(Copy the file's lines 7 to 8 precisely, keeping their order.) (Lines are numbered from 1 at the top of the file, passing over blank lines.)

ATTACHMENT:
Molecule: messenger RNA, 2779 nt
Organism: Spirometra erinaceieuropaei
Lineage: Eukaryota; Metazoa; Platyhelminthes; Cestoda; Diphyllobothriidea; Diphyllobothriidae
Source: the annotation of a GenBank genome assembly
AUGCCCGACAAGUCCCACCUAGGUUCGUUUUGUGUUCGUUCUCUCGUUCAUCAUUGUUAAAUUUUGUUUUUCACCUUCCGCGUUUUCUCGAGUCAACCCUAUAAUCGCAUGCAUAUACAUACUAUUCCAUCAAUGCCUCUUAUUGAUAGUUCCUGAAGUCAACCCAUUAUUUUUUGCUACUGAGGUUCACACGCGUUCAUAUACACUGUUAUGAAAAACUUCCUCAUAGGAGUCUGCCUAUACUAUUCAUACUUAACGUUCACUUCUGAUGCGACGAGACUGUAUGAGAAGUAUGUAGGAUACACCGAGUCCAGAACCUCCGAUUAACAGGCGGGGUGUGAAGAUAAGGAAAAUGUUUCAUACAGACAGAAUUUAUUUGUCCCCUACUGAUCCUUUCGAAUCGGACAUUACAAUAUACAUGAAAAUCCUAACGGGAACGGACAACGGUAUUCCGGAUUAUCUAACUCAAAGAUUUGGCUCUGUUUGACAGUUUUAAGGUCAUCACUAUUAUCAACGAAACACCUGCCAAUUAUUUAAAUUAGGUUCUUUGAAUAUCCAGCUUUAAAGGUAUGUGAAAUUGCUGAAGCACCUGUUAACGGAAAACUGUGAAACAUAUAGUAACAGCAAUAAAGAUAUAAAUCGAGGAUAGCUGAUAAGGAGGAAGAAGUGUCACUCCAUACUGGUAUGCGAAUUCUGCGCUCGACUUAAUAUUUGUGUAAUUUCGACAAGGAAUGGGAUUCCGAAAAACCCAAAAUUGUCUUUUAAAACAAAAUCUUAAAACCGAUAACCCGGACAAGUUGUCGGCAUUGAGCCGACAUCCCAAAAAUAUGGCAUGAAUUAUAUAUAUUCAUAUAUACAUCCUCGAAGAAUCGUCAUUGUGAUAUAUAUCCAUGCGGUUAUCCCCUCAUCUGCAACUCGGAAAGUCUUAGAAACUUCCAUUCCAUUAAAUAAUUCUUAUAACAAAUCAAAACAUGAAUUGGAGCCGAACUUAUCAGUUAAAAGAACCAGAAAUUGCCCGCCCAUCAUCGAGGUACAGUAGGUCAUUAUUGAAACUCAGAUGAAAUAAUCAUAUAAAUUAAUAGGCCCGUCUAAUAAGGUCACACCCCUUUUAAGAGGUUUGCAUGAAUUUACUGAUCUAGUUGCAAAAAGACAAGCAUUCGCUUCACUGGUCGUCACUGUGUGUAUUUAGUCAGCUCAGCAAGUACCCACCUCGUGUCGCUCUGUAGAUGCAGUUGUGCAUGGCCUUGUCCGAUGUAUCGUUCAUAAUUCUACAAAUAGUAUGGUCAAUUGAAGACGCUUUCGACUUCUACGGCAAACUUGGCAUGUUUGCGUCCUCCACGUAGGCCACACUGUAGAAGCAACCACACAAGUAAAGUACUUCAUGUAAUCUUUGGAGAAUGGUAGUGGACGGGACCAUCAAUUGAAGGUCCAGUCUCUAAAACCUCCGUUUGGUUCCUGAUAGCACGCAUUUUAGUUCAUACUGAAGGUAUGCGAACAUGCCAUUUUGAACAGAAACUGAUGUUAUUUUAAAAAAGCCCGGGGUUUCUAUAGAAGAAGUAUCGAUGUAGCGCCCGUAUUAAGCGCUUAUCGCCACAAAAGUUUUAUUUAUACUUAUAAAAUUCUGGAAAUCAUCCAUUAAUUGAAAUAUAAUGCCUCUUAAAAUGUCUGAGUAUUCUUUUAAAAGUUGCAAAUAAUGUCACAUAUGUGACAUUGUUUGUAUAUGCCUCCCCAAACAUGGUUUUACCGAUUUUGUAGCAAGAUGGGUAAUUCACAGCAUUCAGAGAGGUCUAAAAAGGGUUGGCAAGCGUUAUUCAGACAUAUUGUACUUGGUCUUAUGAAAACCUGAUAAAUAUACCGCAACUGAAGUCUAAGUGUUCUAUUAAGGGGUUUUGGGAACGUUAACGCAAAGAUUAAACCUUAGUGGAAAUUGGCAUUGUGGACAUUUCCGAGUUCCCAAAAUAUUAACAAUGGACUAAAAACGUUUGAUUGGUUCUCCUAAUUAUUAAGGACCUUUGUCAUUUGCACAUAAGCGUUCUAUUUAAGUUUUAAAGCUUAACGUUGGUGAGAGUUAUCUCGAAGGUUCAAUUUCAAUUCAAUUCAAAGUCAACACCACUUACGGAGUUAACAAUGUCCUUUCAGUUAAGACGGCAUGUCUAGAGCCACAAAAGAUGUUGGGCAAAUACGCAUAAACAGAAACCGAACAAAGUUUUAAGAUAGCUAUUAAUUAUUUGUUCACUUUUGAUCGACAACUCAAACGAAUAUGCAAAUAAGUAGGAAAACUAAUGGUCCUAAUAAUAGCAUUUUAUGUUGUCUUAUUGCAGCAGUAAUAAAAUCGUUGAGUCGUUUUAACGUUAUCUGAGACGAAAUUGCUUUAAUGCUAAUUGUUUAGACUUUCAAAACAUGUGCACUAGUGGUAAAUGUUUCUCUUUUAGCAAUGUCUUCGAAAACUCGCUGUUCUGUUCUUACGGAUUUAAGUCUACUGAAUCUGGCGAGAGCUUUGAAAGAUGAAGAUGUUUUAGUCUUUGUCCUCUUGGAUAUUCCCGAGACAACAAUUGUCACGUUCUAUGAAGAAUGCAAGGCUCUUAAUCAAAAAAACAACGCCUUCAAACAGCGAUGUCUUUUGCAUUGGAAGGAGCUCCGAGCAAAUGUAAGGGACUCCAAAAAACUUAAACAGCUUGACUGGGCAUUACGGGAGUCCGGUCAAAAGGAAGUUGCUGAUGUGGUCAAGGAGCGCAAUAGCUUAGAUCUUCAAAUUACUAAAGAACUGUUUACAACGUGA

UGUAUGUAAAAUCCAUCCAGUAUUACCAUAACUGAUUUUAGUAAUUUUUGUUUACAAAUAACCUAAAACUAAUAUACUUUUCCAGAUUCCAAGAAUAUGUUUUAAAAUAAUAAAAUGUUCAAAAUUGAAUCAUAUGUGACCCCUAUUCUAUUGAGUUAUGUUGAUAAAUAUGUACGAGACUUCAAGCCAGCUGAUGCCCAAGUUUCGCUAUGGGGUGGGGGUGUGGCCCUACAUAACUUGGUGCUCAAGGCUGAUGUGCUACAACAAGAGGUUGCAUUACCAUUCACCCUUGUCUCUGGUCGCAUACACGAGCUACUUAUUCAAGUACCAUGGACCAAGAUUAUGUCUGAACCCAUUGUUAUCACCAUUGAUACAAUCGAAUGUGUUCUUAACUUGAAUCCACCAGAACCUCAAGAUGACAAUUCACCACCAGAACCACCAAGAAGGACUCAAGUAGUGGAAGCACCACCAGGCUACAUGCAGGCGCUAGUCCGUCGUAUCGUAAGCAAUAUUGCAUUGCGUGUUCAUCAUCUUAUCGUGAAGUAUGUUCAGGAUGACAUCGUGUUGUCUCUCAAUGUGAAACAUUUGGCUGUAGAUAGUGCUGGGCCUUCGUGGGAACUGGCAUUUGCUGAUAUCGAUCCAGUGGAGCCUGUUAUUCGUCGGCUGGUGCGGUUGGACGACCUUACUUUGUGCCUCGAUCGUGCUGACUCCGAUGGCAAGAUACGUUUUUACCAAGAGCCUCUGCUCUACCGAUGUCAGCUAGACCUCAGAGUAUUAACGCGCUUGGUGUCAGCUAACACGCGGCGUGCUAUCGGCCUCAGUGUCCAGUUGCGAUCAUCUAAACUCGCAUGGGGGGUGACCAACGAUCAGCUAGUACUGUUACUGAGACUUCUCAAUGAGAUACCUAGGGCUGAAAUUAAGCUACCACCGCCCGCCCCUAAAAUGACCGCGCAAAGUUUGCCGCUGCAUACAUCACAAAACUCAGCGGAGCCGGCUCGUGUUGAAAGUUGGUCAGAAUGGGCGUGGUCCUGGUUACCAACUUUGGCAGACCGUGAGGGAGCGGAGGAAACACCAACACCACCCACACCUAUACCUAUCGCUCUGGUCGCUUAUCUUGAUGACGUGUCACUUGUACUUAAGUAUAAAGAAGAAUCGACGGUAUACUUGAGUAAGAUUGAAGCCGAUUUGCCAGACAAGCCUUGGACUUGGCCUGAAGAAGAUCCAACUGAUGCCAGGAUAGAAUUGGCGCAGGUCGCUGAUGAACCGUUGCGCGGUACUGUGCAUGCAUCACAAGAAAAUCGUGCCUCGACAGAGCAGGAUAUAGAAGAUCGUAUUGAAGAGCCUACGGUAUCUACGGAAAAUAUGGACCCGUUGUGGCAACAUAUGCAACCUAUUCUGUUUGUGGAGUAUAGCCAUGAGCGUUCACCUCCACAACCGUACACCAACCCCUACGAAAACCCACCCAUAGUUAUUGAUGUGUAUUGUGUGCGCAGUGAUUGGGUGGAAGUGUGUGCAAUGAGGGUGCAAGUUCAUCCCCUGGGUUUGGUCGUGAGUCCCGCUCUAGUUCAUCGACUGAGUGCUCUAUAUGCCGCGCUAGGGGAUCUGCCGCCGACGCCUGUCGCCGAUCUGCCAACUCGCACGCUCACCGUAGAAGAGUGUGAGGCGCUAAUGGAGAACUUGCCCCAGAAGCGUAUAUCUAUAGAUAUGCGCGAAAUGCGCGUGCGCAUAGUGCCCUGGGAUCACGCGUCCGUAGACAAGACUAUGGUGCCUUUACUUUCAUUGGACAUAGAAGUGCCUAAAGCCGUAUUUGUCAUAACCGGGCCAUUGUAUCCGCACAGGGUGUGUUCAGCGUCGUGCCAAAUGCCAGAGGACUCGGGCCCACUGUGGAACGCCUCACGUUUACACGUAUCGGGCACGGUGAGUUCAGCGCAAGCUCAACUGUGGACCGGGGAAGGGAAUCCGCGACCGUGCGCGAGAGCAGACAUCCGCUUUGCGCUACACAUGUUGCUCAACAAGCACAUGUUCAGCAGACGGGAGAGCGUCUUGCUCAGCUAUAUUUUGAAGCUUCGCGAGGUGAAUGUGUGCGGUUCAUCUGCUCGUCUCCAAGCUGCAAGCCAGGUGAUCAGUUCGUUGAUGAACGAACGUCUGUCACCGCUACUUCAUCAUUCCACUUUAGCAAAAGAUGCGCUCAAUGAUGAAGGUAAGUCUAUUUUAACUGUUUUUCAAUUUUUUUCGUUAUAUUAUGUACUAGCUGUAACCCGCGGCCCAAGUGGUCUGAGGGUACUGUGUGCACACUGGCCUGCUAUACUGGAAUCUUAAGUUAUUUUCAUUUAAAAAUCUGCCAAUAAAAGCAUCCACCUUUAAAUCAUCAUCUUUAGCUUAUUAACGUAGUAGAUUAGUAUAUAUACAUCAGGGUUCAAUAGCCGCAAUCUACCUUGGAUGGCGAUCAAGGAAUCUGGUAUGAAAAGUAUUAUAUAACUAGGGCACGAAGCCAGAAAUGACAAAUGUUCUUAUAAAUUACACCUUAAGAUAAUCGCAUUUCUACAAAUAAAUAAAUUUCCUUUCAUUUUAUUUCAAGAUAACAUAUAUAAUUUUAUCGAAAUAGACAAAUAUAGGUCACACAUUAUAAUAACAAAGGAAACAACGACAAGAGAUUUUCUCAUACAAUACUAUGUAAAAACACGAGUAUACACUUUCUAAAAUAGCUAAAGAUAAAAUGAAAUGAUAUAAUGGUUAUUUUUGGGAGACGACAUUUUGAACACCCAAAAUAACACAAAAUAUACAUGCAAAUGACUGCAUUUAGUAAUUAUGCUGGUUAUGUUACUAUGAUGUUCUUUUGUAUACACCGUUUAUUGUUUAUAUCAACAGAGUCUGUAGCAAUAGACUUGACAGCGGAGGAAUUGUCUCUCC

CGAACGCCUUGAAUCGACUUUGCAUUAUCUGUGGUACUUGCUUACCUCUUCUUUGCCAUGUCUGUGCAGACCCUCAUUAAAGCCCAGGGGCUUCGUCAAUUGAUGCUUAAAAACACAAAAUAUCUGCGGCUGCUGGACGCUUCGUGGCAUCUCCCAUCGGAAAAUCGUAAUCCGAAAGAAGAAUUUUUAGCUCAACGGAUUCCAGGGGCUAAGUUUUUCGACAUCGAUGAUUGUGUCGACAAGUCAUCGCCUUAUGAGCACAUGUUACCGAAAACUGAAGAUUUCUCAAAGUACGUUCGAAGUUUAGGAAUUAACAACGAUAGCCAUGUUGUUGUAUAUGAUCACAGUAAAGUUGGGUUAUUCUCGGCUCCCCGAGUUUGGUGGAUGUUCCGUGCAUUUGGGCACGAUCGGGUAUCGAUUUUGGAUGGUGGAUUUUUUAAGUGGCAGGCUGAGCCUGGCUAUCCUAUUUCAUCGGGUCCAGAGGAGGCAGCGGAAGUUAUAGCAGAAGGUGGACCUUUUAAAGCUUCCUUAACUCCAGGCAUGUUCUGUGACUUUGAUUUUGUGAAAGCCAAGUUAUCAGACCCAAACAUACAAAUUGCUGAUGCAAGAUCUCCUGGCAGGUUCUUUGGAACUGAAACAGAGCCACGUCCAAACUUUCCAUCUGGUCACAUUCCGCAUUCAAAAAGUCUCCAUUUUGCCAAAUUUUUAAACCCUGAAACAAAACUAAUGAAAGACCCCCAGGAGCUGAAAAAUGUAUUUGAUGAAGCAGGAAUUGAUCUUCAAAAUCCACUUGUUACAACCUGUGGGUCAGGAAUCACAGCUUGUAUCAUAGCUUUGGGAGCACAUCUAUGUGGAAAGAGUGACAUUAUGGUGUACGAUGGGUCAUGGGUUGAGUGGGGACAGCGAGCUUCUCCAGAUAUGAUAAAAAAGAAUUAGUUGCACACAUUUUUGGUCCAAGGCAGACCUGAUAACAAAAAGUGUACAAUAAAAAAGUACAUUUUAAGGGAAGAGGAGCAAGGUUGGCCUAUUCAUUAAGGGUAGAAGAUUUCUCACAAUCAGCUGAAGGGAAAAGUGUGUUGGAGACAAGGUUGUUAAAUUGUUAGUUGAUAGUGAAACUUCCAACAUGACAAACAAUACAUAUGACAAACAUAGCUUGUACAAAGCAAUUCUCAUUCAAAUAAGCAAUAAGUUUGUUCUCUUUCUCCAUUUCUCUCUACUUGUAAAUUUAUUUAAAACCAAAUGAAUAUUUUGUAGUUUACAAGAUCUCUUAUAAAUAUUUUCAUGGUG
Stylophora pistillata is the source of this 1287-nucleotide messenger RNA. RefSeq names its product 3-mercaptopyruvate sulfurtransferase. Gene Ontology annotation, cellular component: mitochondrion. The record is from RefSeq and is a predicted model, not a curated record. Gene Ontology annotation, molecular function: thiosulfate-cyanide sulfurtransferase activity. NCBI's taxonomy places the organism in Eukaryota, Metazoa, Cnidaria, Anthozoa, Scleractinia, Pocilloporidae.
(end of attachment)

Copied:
CGAACGCCUUGAAUCGACUUUGCAUUAUCUGUGGUACUUGCUUACCUCUUCUUUGCCAUGUCUGUGCAGACCCUCAUUAAAGCCCAGGGGCUUCGUCAAUUGAUGCUUAAAAACACAAAAUAUCUGCGGCUGCUGGACGCUUCGUGGCAUCUCCCAUCGGAAAAUCGUAAUCCGAAAGAAGAAUUUUUAGCUCAACGGAUUCCAGGGGCUAAGUUUUUCGACAUCGAUGAUUGUGUCGACAAGUCAUCGCCUUAUGAGCACAUGUUACCGAAAACUGAAGAUUUCUCAAAGUACGUUCGAAGUUUAGGAAUUAACAACGAUAGCCAUGUUGUUGUAUAUGAUCACAGUAAAGUUGGGUUAUUCUCGGCUCCCCGAGUUUGGUGGAUGUUCCGUGCAUUUGGGCACGAUCGGGUAUCGAUUUUGGAUGGUGGAUUUUUUAAGUGGCAGGCUGAGCCUGGCUAUCCUAUUUCAUCGGGUCCAGAGGAGGCAGCGGAAGUUAUAGCAGAAGGUGGACCUUUUAAAGCUUCCUUAACUCCAGGCAUGUUCUGUGACUUUGAUUUUGUGAAAGCCAAGUUAUCAGACCCAAACAUACAAAUUGCUGAUGCAAGAUCUCCUGGCAGGUUCUUUGGAACUGAAACAGAGCCACGUCCAAACUUUCCAUCUGGUCACAUUCCGCAUUCAAAAAGUCUCCAUUUUGCCAAAUUUUUAAACCCUGAAACAAAACUAAUGAAAGACCCCCAGGAGCUGAAAAAUGUAUUUGAUGAAGCAGGAAUUGAUCUUCAAAAUCCACUUGUUACAACCUGUGGGUCAGGAAUCACAGCUUGUAUCAUAGCUUUGGGAGCACAUCUAUGUGGAAAGAGUGACAUUAUGGUGUACGAUGGGUCAUGGGUUGAGUGGGGACAGCGAGCUUCUCCAGAUAUGAUAAAAAAGAAUUAGUUGCACACAUUUUUGGUCCAAGGCAGACCUGAUAACAAAAAGUGUACAAUAAAAAAGUACAUUUUAAGGGAAGAGGAGCAAGGUUGGCCUAUUCAUUAAGGGUAGAAGAUUUCUCACAAUCAGCUGAAGGGAAAAGUGUGUUGGAGACAAGGUUGUUAAAUUGUUAGUUGAUAGUGAAACUUCCAACAUGACAAACAAUACAUAUGACAAACAUAGCUUGUACAAAGCAAUUCUCAUUCAAAUAAGCAAUAAGUUUGUUCUCUUUCUCCAUUUCUCUCUACUUGUAAAUUUAUUUAAAACCAAAUGAAUAUUUUGUAGUUUACAAGAUCUCUUAUAAAUAUUUUCAUGGUG
Stylophora pistillata is the source of this 1287-nucleotide messenger RNA. RefSeq names its product 3-mercaptopyruvate sulfurtransferase. Gene Ontology annotation, cellular component: mitochondrion. The record is from RefSeq and is a predicted model, not a curated record. Gene Ontology annotation, molecular function: thiosulfate-cyanide sulfurtransferase activity. NCBI's taxonomy places the organism in Eukaryota, Metazoa, Cnidaria, Anthozoa, Scleractinia, Pocilloporidae.